So, you have a pet! That sweet furball undoubtedly brings love, joy, and laughter to your life—oh, and mess. Quite a lot of mess. The smallest cat or dog can wreak havoc, particularly when they’re adjusting to a new home. And even when they are perfectly trained, pets are not generally known for their tidy manners.
My dog Joey, a 14-pound mutt my husband and I met at an adoption fair, leaves a trail of kibble, dog hair, and stuffing from chewed-up plush toys wherever he goes. His short white fur is everywhere. He even once looked me in the eye and started peeing on my carpet...when he had been fully housebroken for months. I absolutely adore him, so I don’t remotely mind cleaning up after him, even though it took me a little while to figure out the best way to tackle each type of mess. In the process of becoming a pet parent, I’ve picked up plenty of tips and tricks for keeping my house clean while sharing it with a four-legged buddy. Here’s my best advice:
Set aside some older towels and blankets for your pet’s exclusive use (or order special new ones with a dog bone pattern, if you’re like me) to cut down on fur and prevent smells from transferring onto you. Launder these items separately from the rest of your stuff if at all possible so any stubborn fur doesn’t get stuck on your clothes or sheets.
If your pet is a messy eater (mine is!), you’ll end up with water stains on your floor and constantly find kibble everywhere (I recently discovered some under my sofa cushions). Keep a placemat underneath pet dishes to make cleanup easier and protect your flooring. Also, wash their dishes regularly to cut down on stale food smells—this should be daily if they eat wet food, and around once a week for dry kibble.
When your pet comes inside after a walk or trip to the park, it’s likely that little paw prints will find their way all over the house. You can wipe them down using animal-friendly disposable wipes or a damp rag. If you find dirty prints on your carpet after the fact, wait for the mud to dry then use your vacuum to suck everything up. If the stain is a little tougher, use a white cloth to blot a soapy detergent mixture (one tablespoon detergent per two cups water) repeatedly. The white cloth will let you see the stain coming up; keep blotting until the cloth comes up clean.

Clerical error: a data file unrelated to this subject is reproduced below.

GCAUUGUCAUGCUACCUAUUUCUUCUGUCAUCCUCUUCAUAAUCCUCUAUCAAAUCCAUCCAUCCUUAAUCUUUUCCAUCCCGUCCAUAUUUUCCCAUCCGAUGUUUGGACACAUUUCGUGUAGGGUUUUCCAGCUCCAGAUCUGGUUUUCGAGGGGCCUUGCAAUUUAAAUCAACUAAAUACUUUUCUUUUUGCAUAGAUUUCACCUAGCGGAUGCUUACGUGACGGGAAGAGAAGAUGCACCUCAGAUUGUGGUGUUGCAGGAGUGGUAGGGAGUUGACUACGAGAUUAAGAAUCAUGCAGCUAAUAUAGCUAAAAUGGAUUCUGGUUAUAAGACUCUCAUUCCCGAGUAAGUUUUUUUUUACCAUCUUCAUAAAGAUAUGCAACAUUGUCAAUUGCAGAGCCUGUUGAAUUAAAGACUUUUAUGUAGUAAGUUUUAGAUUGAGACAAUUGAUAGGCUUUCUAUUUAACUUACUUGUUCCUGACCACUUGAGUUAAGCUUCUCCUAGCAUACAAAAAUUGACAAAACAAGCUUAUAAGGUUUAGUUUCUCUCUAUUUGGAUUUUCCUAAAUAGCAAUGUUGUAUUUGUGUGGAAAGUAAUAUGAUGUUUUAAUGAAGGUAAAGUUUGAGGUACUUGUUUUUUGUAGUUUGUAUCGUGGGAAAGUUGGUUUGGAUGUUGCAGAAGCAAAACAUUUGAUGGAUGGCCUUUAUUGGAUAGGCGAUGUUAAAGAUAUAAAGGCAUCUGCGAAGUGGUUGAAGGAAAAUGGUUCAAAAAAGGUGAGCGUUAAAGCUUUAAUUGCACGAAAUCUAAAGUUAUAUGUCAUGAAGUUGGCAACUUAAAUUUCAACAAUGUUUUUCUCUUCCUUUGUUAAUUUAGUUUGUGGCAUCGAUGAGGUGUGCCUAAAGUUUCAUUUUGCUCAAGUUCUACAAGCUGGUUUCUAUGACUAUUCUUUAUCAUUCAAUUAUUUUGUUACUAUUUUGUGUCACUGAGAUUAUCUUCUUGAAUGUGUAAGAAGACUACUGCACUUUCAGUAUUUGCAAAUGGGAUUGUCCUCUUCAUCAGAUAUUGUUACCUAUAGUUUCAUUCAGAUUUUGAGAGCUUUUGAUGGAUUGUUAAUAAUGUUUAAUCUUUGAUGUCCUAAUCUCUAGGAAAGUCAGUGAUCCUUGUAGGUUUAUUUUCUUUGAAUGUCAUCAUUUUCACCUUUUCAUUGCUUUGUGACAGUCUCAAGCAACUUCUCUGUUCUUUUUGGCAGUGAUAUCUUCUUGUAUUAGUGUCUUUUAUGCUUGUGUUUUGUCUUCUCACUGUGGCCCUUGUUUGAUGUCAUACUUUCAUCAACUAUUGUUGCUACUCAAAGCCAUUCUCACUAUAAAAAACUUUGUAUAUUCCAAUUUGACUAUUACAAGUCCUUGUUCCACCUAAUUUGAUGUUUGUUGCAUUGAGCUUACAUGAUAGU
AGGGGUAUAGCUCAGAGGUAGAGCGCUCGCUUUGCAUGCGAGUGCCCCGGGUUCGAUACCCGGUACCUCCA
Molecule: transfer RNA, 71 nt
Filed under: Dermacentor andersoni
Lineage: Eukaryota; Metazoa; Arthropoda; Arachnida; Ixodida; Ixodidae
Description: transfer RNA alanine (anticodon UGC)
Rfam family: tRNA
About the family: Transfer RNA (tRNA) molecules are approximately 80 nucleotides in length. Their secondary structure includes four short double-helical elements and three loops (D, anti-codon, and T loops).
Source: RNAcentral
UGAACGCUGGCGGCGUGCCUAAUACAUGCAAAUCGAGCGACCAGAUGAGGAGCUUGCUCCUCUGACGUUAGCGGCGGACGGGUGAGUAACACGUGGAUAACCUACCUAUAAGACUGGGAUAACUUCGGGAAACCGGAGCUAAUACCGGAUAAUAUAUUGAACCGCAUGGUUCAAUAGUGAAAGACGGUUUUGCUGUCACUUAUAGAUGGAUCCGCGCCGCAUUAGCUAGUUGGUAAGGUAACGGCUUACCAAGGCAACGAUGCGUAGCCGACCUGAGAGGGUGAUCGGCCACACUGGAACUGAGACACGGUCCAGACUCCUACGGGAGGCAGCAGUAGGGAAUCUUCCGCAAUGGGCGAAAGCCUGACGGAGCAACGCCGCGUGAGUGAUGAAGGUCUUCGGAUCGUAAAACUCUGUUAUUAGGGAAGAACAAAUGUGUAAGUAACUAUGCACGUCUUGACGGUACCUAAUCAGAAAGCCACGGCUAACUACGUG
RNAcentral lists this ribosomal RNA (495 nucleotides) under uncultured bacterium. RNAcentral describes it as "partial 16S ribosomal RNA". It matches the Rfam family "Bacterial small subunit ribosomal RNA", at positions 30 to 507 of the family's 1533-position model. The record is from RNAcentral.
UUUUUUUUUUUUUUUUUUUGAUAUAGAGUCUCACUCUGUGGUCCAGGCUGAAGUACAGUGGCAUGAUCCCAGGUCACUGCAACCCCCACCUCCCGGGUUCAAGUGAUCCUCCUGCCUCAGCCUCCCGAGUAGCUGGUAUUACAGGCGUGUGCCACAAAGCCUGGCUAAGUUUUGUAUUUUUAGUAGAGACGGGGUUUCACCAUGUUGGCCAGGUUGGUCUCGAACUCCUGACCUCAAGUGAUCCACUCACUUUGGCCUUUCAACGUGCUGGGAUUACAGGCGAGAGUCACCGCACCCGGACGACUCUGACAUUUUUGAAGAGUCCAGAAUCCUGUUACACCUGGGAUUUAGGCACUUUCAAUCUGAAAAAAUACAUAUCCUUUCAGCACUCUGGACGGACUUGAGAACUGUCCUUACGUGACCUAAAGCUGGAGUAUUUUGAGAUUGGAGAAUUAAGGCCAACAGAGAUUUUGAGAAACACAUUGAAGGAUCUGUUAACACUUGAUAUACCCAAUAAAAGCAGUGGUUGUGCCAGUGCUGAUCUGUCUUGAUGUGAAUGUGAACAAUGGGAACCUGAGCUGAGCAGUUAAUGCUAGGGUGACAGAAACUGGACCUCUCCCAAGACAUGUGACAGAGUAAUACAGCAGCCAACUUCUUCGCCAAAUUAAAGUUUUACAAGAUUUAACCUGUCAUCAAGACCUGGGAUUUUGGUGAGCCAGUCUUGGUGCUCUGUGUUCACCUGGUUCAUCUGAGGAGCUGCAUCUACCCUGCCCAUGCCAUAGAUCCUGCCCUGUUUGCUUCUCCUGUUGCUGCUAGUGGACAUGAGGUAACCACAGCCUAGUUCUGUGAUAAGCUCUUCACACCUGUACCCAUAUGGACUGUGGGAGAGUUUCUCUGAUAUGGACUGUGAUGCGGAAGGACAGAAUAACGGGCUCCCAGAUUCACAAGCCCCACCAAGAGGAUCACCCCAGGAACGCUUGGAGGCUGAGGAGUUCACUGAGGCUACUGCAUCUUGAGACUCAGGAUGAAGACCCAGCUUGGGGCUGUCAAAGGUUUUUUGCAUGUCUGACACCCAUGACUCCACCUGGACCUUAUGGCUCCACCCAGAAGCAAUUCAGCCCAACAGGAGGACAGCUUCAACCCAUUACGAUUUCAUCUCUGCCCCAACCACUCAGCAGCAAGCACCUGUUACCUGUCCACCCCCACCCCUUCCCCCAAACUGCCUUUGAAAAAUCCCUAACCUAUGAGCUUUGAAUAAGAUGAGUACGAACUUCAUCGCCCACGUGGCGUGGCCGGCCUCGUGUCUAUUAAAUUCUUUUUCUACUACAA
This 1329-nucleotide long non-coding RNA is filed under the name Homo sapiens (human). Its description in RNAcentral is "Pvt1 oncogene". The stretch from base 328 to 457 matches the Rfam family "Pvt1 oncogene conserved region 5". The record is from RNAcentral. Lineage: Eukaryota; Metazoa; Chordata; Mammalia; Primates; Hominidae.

Getting fur off your carpet, hardwood, or tile is easy as can be: Just vacuum everything up using a floor-brush attachment (go over the surface a few times in different directions to make sure you catch everything).
If there’s fur on upholstered furniture, simply put on a pair of rubber gloves and rub your hands across the upholstery (seriously, pet hair will stick to the gloves); you can also use your vacuum's upholstery attachment to suck up any persistent stragglers. Once you're done cleaning the furniture, submerge the gloves in water and the hair will float to the surface. If you have a pet with super-long fur, brushing them regularly (if they’ll let you) can help keep shedding under control.
Speaking of brushing, my own dog absolutely will not allow me to brush him, and tries to run away every time I try. He will, however, accept being bathed every two or three weeks with a gentle puppy shampoo. (I checked with our vet about that frequency; other pets might need a different spa schedule.) Keeping your pet reasonably clean will keep that “doggy” odor from penetrating into everything you own. How often your dog needs a bath will depend on their breed, size, and fur type, but generally the American Kennel Club recommends a full bath and grooming once a month, and brushing once a week.
Ah, your beloved pet threw up or had an accident. Yes, it’s gross, but there is a solution. If it happens on a carpet, remove any solids with paper towels and blot up remaining moisture. Apply an enzyme-based cleaner to the area. Then, mix a small amount of laundry detergent with cold water (one tablespoon detergent per two cups water) and soak the area with the solution for at least 10 minutes. Next, dip a soft bristle brush into the detergent mix and scrub the stain until it's gone. Rinse the area with cool water and apply baking soda to help lift out the smell. Let the baking soda dry completely, and vacuum it up once done. On a hardwood floor, just remove the mess using paper towels, then gently scrub the area with an enzyme-based cleaner that’s safe for sealed wood floors (it’ll tell you on the label).
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